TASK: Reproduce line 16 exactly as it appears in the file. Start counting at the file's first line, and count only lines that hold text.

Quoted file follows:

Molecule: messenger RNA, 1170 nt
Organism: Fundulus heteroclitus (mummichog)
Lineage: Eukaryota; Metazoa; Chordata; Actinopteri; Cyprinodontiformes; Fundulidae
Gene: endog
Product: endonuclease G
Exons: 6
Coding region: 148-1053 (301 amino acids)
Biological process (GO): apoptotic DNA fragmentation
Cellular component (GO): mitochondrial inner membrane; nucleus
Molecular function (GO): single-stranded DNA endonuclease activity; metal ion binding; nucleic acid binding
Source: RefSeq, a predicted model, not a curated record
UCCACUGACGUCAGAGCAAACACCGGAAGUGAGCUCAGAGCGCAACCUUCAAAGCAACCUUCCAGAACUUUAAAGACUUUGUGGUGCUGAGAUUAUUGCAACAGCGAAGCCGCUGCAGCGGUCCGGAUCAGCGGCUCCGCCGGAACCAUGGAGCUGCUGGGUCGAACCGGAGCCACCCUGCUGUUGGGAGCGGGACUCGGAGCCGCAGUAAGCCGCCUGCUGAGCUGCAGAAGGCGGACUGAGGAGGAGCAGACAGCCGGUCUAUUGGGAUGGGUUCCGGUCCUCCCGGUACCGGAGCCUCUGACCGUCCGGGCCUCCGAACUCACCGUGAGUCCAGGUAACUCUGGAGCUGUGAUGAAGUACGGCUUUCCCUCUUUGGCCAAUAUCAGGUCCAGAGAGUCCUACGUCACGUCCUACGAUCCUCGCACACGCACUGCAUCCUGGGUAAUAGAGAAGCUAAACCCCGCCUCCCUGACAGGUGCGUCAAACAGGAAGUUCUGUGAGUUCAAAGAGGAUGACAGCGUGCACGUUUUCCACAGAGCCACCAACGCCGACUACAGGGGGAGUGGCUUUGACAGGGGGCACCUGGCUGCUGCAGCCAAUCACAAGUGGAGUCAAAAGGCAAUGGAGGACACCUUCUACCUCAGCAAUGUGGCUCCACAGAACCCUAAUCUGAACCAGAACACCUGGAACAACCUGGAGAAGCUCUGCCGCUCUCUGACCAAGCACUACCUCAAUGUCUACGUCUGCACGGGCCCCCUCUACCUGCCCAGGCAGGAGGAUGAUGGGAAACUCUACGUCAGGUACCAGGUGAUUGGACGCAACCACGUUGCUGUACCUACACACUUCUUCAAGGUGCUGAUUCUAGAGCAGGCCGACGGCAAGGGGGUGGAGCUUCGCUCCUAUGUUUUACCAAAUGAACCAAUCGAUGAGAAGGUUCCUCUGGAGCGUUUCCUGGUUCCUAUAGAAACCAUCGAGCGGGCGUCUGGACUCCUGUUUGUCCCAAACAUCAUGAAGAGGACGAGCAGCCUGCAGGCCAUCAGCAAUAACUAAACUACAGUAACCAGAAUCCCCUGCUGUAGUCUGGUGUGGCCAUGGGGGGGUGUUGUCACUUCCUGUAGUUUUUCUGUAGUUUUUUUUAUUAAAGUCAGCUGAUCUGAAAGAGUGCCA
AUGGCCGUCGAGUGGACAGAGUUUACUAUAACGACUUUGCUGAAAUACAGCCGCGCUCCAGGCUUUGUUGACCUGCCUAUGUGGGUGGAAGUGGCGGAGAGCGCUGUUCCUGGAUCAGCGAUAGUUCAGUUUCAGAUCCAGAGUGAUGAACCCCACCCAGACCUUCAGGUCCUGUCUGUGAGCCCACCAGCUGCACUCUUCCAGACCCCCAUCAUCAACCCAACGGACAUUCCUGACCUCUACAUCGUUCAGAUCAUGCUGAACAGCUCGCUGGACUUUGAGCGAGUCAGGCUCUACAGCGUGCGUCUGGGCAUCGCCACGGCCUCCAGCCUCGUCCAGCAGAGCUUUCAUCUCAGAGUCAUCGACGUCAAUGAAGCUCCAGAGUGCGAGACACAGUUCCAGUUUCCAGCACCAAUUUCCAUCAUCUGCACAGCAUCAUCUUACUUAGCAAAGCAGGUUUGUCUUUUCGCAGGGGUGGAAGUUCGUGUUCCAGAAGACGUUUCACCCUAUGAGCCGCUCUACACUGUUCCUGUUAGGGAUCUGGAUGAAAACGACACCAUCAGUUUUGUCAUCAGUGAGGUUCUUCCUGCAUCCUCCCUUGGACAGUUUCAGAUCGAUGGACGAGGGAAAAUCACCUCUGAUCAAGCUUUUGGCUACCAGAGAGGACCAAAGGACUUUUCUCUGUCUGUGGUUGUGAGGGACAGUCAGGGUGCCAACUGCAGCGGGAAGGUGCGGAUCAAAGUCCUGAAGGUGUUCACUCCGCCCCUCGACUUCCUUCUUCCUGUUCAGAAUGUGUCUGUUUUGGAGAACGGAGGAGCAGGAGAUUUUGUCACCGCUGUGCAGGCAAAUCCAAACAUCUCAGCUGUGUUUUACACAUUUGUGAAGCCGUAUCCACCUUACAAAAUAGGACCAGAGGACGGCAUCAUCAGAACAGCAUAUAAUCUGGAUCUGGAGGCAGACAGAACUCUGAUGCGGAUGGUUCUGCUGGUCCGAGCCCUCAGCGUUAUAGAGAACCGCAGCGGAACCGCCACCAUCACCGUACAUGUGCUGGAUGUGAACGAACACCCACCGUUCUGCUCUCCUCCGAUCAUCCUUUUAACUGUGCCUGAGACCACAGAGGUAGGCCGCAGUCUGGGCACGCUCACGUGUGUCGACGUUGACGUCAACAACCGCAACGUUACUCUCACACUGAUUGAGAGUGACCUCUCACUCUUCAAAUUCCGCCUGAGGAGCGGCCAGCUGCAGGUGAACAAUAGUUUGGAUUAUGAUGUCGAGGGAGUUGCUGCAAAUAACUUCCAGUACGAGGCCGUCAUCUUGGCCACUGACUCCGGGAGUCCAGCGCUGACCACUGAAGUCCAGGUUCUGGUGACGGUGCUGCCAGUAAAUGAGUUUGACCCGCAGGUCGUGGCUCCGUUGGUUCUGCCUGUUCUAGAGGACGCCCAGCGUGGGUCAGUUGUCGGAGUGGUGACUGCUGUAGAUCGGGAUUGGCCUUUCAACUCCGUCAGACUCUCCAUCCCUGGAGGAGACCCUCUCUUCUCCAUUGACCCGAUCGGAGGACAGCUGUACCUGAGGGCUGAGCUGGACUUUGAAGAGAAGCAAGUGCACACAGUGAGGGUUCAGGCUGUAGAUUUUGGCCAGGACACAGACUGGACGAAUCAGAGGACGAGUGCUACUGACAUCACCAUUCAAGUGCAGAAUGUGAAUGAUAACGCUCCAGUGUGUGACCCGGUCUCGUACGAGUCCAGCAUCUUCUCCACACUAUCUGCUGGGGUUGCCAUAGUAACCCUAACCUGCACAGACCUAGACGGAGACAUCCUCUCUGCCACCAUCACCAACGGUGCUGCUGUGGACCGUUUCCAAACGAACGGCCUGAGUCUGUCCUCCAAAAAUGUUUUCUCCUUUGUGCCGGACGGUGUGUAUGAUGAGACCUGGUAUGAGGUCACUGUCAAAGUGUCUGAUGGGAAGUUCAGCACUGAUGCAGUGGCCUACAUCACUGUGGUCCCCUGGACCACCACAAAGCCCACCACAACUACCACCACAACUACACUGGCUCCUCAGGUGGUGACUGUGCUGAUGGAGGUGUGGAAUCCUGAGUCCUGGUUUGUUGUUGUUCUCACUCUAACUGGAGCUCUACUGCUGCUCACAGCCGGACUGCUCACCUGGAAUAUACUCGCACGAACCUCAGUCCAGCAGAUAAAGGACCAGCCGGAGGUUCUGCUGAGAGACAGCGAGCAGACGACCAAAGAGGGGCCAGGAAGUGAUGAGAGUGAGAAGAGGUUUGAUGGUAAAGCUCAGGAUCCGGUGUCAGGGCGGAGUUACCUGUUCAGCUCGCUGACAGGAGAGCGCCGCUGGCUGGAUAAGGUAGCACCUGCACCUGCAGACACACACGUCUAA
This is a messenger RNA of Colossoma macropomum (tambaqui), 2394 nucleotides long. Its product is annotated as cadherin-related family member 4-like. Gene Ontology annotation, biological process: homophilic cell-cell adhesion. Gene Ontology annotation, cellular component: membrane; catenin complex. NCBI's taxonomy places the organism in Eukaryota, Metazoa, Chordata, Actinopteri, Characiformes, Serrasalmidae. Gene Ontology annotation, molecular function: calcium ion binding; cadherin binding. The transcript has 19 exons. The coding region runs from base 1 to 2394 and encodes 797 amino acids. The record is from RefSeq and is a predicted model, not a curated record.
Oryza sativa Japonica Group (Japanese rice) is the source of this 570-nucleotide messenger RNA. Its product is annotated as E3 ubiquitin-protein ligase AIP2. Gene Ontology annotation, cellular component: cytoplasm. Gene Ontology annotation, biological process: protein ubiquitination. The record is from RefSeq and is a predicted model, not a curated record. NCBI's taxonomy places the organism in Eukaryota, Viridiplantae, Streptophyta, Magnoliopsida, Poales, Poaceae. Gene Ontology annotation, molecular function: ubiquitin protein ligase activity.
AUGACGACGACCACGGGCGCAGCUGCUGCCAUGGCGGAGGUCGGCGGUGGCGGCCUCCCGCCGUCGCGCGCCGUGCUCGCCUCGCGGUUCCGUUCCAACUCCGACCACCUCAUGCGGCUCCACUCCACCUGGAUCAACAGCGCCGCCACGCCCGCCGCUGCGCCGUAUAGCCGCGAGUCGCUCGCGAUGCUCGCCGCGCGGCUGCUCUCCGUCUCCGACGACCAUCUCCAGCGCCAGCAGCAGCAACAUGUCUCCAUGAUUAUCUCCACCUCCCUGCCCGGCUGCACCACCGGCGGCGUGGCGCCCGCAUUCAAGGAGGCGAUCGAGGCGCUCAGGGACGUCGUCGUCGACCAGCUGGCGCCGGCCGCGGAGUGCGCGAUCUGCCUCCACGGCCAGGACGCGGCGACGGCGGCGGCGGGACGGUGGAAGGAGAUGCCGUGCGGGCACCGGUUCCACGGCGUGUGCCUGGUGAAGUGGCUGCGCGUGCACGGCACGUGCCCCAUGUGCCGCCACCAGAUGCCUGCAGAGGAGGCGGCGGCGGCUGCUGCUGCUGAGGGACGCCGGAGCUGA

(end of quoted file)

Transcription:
AUGACGACGACCACGGGCGCAGCUGCUGCCAUGGCGGAGGUCGGCGGUGGCGGCCUCCCGCCGUCGCGCGCCGUGCUCGCCUCGCGGUUCCGUUCCAACUCCGACCACCUCAUGCGGCUCCACUCCACCUGGAUCAACAGCGCCGCCACGCCCGCCGCUGCGCCGUAUAGCCGCGAGUCGCUCGCGAUGCUCGCCGCGCGGCUGCUCUCCGUCUCCGACGACCAUCUCCAGCGCCAGCAGCAGCAACAUGUCUCCAUGAUUAUCUCCACCUCCCUGCCCGGCUGCACCACCGGCGGCGUGGCGCCCGCAUUCAAGGAGGCGAUCGAGGCGCUCAGGGACGUCGUCGUCGACCAGCUGGCGCCGGCCGCGGAGUGCGCGAUCUGCCUCCACGGCCAGGACGCGGCGACGGCGGCGGCGGGACGGUGGAAGGAGAUGCCGUGCGGGCACCGGUUCCACGGCGUGUGCCUGGUGAAGUGGCUGCGCGUGCACGGCACGUGCCCCAUGUGCCGCCACCAGAUGCCUGCAGAGGAGGCGGCGGCGGCUGCUGCUGCUGAGGGACGCCGGAGCUGA